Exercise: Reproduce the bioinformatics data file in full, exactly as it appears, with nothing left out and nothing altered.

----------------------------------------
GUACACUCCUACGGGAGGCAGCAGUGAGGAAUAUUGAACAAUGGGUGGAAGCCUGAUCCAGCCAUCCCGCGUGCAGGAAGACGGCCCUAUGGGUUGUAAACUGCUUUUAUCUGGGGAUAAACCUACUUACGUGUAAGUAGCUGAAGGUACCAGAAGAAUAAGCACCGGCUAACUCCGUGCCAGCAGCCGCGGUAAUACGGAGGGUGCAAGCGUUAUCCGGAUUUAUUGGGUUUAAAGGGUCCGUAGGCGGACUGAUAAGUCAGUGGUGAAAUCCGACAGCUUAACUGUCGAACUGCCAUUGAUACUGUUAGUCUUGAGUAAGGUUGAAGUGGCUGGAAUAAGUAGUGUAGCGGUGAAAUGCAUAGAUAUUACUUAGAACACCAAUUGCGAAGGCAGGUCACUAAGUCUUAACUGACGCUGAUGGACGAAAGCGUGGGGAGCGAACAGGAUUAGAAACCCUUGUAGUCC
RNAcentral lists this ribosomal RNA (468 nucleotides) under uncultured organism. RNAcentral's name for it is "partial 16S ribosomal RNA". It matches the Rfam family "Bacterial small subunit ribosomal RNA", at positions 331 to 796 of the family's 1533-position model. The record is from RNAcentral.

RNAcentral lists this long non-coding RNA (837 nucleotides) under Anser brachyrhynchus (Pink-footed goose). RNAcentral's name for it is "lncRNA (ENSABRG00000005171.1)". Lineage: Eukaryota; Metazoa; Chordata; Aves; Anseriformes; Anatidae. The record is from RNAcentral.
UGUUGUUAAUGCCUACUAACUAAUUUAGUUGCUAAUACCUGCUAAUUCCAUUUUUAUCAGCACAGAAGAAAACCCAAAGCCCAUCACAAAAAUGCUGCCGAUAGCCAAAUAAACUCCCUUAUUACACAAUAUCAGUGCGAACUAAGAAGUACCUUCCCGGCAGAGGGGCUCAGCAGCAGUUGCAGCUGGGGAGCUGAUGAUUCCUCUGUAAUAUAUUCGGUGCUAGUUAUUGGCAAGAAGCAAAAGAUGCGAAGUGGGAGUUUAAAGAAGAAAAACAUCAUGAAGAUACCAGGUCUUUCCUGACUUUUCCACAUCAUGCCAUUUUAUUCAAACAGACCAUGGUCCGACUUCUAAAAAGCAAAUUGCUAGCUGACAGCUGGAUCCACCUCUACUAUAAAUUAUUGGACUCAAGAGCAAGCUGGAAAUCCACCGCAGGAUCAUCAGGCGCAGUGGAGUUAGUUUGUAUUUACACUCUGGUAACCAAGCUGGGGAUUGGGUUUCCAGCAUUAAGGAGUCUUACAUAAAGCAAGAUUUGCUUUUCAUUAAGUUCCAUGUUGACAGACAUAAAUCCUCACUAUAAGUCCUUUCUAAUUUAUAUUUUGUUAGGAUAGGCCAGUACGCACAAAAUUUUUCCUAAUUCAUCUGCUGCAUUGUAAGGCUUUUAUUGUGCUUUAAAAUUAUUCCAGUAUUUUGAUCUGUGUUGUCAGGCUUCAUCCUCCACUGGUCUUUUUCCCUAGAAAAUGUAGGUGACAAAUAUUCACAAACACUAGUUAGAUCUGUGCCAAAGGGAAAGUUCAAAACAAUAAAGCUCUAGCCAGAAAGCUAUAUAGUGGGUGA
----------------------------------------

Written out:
GUACACUCCUACGGGAGGCAGCAGUGAGGAAUAUUGAACAAUGGGUGGAAGCCUGAUCCAGCCAUCCCGCGUGCAGGAAGACGGCCCUAUGGGUUGUAAACUGCUUUUAUCUGGGGAUAAACCUACUUACGUGUAAGUAGCUGAAGGUACCAGAAGAAUAAGCACCGGCUAACUCCGUGCCAGCAGCCGCGGUAAUACGGAGGGUGCAAGCGUUAUCCGGAUUUAUUGGGUUUAAAGGGUCCGUAGGCGGACUGAUAAGUCAGUGGUGAAAUCCGACAGCUUAACUGUCGAACUGCCAUUGAUACUGUUAGUCUUGAGUAAGGUUGAAGUGGCUGGAAUAAGUAGUGUAGCGGUGAAAUGCAUAGAUAUUACUUAGAACACCAAUUGCGAAGGCAGGUCACUAAGUCUUAACUGACGCUGAUGGACGAAAGCGUGGGGAGCGAACAGGAUUAGAAACCCUUGUAGUCC
RNAcentral lists this ribosomal RNA (468 nucleotides) under uncultured organism. RNAcentral's name for it is "partial 16S ribosomal RNA". It matches the Rfam family "Bacterial small subunit ribosomal RNA", at positions 331 to 796 of the family's 1533-position model. The record is from RNAcentral.

RNAcentral lists this long non-coding RNA (837 nucleotides) under Anser brachyrhynchus (Pink-footed goose). RNAcentral's name for it is "lncRNA (ENSABRG00000005171.1)". Lineage: Eukaryota; Metazoa; Chordata; Aves; Anseriformes; Anatidae. The record is from RNAcentral.
UGUUGUUAAUGCCUACUAACUAAUUUAGUUGCUAAUACCUGCUAAUUCCAUUUUUAUCAGCACAGAAGAAAACCCAAAGCCCAUCACAAAAAUGCUGCCGAUAGCCAAAUAAACUCCCUUAUUACACAAUAUCAGUGCGAACUAAGAAGUACCUUCCCGGCAGAGGGGCUCAGCAGCAGUUGCAGCUGGGGAGCUGAUGAUUCCUCUGUAAUAUAUUCGGUGCUAGUUAUUGGCAAGAAGCAAAAGAUGCGAAGUGGGAGUUUAAAGAAGAAAAACAUCAUGAAGAUACCAGGUCUUUCCUGACUUUUCCACAUCAUGCCAUUUUAUUCAAACAGACCAUGGUCCGACUUCUAAAAAGCAAAUUGCUAGCUGACAGCUGGAUCCACCUCUACUAUAAAUUAUUGGACUCAAGAGCAAGCUGGAAAUCCACCGCAGGAUCAUCAGGCGCAGUGGAGUUAGUUUGUAUUUACACUCUGGUAACCAAGCUGGGGAUUGGGUUUCCAGCAUUAAGGAGUCUUACAUAAAGCAAGAUUUGCUUUUCAUUAAGUUCCAUGUUGACAGACAUAAAUCCUCACUAUAAGUCCUUUCUAAUUUAUAUUUUGUUAGGAUAGGCCAGUACGCACAAAAUUUUUCCUAAUUCAUCUGCUGCAUUGUAAGGCUUUUAUUGUGCUUUAAAAUUAUUCCAGUAUUUUGAUCUGUGUUGUCAGGCUUCAUCCUCCACUGGUCUUUUUCCCUAGAAAAUGUAGGUGACAAAUAUUCACAAACACUAGUUAGAUCUGUGCCAAAGGGAAAGUUCAAAACAAUAAAGCUCUAGCCAGAAAGCUAUAUAGUGGGUGA